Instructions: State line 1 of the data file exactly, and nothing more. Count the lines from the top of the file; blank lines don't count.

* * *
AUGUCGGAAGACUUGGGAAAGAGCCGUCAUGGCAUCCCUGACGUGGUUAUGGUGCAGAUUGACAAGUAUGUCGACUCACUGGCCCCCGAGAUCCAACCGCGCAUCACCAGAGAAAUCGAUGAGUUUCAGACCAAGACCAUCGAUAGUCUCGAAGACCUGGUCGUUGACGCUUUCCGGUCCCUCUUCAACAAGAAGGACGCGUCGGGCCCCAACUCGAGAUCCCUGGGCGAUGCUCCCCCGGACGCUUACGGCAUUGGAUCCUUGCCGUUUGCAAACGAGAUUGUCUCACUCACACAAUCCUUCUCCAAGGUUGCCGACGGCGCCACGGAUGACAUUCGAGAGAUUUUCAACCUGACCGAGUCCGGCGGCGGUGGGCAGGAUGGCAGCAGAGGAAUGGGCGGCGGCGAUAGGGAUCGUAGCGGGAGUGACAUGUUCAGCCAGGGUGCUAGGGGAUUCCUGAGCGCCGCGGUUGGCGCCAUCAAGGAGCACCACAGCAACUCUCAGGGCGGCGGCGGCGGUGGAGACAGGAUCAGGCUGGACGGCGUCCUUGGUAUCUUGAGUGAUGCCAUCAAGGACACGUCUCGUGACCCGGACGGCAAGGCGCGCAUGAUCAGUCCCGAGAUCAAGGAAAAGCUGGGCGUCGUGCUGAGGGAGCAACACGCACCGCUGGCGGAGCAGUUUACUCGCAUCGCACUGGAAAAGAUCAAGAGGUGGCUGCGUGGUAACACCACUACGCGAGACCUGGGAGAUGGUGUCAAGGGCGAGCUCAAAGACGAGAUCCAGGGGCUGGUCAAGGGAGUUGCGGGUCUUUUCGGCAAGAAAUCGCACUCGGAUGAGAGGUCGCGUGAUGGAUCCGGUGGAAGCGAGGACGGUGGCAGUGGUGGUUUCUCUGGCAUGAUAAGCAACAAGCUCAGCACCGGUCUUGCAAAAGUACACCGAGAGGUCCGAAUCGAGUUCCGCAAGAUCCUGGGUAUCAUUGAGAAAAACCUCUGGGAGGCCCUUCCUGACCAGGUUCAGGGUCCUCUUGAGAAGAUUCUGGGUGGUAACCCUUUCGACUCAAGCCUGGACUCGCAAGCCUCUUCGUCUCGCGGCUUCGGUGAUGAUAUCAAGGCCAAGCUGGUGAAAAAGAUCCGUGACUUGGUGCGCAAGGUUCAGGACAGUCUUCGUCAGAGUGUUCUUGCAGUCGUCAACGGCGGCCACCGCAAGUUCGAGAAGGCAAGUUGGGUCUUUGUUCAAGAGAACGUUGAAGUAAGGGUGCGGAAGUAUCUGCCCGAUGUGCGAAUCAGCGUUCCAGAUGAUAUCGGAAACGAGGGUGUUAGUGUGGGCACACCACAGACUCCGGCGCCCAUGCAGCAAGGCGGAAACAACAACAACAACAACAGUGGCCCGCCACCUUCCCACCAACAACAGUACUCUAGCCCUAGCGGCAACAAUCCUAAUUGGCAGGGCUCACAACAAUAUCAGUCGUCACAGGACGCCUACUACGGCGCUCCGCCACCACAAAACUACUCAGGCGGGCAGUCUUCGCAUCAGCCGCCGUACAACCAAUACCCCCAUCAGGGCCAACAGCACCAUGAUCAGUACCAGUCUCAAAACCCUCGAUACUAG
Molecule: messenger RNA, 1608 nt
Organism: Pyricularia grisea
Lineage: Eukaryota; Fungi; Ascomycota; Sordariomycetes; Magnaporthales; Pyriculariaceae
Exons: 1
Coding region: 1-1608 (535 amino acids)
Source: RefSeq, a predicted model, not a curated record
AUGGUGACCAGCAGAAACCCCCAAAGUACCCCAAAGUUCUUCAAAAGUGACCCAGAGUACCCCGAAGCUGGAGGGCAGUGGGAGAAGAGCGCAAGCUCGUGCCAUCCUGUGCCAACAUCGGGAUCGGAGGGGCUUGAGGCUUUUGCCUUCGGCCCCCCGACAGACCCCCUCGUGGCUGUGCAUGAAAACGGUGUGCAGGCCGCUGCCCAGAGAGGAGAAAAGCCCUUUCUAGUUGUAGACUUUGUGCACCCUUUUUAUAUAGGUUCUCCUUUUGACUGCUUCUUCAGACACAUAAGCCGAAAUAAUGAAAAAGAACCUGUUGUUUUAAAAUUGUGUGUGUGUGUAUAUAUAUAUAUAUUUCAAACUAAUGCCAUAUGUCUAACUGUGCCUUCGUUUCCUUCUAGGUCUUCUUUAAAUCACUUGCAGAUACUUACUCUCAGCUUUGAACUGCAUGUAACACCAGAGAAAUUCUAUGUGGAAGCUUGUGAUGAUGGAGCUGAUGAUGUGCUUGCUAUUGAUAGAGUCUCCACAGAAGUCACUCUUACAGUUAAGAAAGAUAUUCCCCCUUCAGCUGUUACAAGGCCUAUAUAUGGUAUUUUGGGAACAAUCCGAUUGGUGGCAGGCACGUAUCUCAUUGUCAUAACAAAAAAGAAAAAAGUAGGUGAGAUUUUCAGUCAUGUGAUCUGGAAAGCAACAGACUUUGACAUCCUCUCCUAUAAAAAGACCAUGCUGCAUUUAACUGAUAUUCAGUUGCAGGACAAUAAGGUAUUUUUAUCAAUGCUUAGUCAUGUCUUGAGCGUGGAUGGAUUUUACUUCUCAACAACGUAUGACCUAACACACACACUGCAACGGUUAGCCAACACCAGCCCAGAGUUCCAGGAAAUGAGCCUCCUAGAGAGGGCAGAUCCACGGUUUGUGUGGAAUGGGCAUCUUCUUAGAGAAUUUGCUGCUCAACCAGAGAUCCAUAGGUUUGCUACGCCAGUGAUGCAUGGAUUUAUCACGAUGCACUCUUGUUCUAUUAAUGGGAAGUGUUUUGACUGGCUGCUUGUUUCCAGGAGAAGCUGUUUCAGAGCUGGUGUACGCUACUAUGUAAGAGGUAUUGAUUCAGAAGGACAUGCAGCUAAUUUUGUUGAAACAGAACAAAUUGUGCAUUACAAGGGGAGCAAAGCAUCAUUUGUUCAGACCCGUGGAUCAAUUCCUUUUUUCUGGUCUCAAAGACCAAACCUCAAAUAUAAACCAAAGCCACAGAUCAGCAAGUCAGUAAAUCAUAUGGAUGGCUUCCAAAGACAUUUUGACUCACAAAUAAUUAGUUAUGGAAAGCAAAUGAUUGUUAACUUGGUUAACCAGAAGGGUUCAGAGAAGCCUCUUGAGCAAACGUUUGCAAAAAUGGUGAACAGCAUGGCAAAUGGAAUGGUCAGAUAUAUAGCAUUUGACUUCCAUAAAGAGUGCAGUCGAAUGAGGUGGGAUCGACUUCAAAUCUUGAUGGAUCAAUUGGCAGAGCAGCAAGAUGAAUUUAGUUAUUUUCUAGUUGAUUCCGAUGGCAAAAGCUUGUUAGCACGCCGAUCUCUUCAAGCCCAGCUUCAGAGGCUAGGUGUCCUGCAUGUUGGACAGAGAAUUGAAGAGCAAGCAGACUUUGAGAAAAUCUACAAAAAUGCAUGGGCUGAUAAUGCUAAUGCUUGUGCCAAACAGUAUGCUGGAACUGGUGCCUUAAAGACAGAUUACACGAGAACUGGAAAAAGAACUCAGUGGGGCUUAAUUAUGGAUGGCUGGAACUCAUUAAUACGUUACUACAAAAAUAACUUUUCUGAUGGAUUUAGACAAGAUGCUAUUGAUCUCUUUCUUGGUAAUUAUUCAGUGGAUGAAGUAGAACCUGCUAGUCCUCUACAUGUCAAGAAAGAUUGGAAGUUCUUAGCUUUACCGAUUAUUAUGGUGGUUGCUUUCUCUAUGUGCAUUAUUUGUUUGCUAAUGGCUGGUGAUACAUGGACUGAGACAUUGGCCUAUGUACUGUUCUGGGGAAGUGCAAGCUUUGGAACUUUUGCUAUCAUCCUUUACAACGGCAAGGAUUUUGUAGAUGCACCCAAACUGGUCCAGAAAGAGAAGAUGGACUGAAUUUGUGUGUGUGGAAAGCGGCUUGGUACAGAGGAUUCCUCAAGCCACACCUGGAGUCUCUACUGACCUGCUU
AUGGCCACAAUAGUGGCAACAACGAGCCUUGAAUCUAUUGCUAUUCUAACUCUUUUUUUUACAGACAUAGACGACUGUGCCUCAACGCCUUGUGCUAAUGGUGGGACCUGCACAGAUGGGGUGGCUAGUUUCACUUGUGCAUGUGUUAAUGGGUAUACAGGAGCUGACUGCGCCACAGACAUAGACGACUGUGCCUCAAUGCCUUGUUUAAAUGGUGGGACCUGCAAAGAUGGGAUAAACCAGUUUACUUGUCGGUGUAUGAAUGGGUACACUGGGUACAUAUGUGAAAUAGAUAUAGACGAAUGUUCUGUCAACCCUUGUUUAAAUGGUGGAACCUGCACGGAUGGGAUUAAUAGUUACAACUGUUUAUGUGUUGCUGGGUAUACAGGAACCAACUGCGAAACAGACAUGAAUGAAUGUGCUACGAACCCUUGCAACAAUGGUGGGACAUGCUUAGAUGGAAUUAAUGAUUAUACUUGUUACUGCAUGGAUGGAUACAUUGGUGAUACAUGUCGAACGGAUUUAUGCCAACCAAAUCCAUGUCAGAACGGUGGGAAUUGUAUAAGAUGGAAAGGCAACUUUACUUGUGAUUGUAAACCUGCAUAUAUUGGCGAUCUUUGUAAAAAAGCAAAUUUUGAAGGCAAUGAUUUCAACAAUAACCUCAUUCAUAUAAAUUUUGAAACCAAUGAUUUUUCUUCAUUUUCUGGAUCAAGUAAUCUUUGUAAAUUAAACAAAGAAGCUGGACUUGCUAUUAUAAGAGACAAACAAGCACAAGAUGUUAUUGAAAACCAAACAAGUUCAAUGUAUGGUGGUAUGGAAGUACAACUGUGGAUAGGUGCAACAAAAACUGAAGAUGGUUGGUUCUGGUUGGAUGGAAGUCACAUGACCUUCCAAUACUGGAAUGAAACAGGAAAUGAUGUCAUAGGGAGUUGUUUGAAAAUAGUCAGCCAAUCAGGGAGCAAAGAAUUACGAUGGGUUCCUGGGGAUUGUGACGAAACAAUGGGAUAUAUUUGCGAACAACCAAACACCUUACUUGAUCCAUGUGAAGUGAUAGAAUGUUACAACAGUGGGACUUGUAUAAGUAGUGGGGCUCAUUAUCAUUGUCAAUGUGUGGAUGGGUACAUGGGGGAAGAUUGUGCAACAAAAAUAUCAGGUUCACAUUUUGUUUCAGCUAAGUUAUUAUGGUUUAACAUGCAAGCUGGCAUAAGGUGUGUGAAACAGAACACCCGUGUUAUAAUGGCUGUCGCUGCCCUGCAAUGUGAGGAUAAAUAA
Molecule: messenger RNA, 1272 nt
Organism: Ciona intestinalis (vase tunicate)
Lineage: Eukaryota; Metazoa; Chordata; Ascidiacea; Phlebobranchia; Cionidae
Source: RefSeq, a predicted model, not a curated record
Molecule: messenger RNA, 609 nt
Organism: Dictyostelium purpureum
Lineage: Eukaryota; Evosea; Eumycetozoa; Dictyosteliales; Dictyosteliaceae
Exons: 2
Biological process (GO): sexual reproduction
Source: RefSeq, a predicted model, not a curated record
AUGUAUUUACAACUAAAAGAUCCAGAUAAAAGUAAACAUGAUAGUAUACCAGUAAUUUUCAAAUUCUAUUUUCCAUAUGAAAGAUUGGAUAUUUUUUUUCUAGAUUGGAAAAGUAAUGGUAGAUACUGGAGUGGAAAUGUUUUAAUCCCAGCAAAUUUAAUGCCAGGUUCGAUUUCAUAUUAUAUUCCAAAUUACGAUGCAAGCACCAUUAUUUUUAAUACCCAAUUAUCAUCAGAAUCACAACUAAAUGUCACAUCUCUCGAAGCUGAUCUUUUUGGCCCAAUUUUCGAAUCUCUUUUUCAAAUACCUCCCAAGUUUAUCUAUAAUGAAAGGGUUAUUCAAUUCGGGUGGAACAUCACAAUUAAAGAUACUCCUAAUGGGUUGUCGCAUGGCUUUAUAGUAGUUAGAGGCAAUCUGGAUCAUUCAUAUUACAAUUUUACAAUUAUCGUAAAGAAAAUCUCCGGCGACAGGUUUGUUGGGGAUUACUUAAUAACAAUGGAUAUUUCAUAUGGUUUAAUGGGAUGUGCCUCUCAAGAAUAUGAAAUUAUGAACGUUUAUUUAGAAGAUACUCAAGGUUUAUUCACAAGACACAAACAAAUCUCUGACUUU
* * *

AUGUCGGAAGACUUGGGAAAGAGCCGUCAUGGCAUCCCUGACGUGGUUAUGGUGCAGAUUGACAAGUAUGUCGACUCACUGGCCCCCGAGAUCCAACCGCGCAUCACCAGAGAAAUCGAUGAGUUUCAGACCAAGACCAUCGAUAGUCUCGAAGACCUGGUCGUUGACGCUUUCCGGUCCCUCUUCAACAAGAAGGACGCGUCGGGCCCCAACUCGAGAUCCCUGGGCGAUGCUCCCCCGGACGCUUACGGCAUUGGAUCCUUGCCGUUUGCAAACGAGAUUGUCUCACUCACACAAUCCUUCUCCAAGGUUGCCGACGGCGCCACGGAUGACAUUCGAGAGAUUUUCAACCUGACCGAGUCCGGCGGCGGUGGGCAGGAUGGCAGCAGAGGAAUGGGCGGCGGCGAUAGGGAUCGUAGCGGGAGUGACAUGUUCAGCCAGGGUGCUAGGGGAUUCCUGAGCGCCGCGGUUGGCGCCAUCAAGGAGCACCACAGCAACUCUCAGGGCGGCGGCGGCGGUGGAGACAGGAUCAGGCUGGACGGCGUCCUUGGUAUCUUGAGUGAUGCCAUCAAGGACACGUCUCGUGACCCGGACGGCAAGGCGCGCAUGAUCAGUCCCGAGAUCAAGGAAAAGCUGGGCGUCGUGCUGAGGGAGCAACACGCACCGCUGGCGGAGCAGUUUACUCGCAUCGCACUGGAAAAGAUCAAGAGGUGGCUGCGUGGUAACACCACUACGCGAGACCUGGGAGAUGGUGUCAAGGGCGAGCUCAAAGACGAGAUCCAGGGGCUGGUCAAGGGAGUUGCGGGUCUUUUCGGCAAGAAAUCGCACUCGGAUGAGAGGUCGCGUGAUGGAUCCGGUGGAAGCGAGGACGGUGGCAGUGGUGGUUUCUCUGGCAUGAUAAGCAACAAGCUCAGCACCGGUCUUGCAAAAGUACACCGAGAGGUCCGAAUCGAGUUCCGCAAGAUCCUGGGUAUCAUUGAGAAAAACCUCUGGGAGGCCCUUCCUGACCAGGUUCAGGGUCCUCUUGAGAAGAUUCUGGGUGGUAACCCUUUCGACUCAAGCCUGGACUCGCAAGCCUCUUCGUCUCGCGGCUUCGGUGAUGAUAUCAAGGCCAAGCUGGUGAAAAAGAUCCGUGACUUGGUGCGCAAGGUUCAGGACAGUCUUCGUCAGAGUGUUCUUGCAGUCGUCAACGGCGGCCACCGCAAGUUCGAGAAGGCAAGUUGGGUCUUUGUUCAAGAGAACGUUGAAGUAAGGGUGCGGAAGUAUCUGCCCGAUGUGCGAAUCAGCGUUCCAGAUGAUAUCGGAAACGAGGGUGUUAGUGUGGGCACACCACAGACUCCGGCGCCCAUGCAGCAAGGCGGAAACAACAACAACAACAACAGUGGCCCGCCACCUUCCCACCAACAACAGUACUCUAGCCCUAGCGGCAACAAUCCUAAUUGGCAGGGCUCACAACAAUAUCAGUCGUCACAGGACGCCUACUACGGCGCUCCGCCACCACAAAACUACUCAGGCGGGCAGUCUUCGCAUCAGCCGCCGUACAACCAAUACCCCCAUCAGGGCCAACAGCACCAUGAUCAGUACCAGUCUCAAAACCCUCGAUACUAG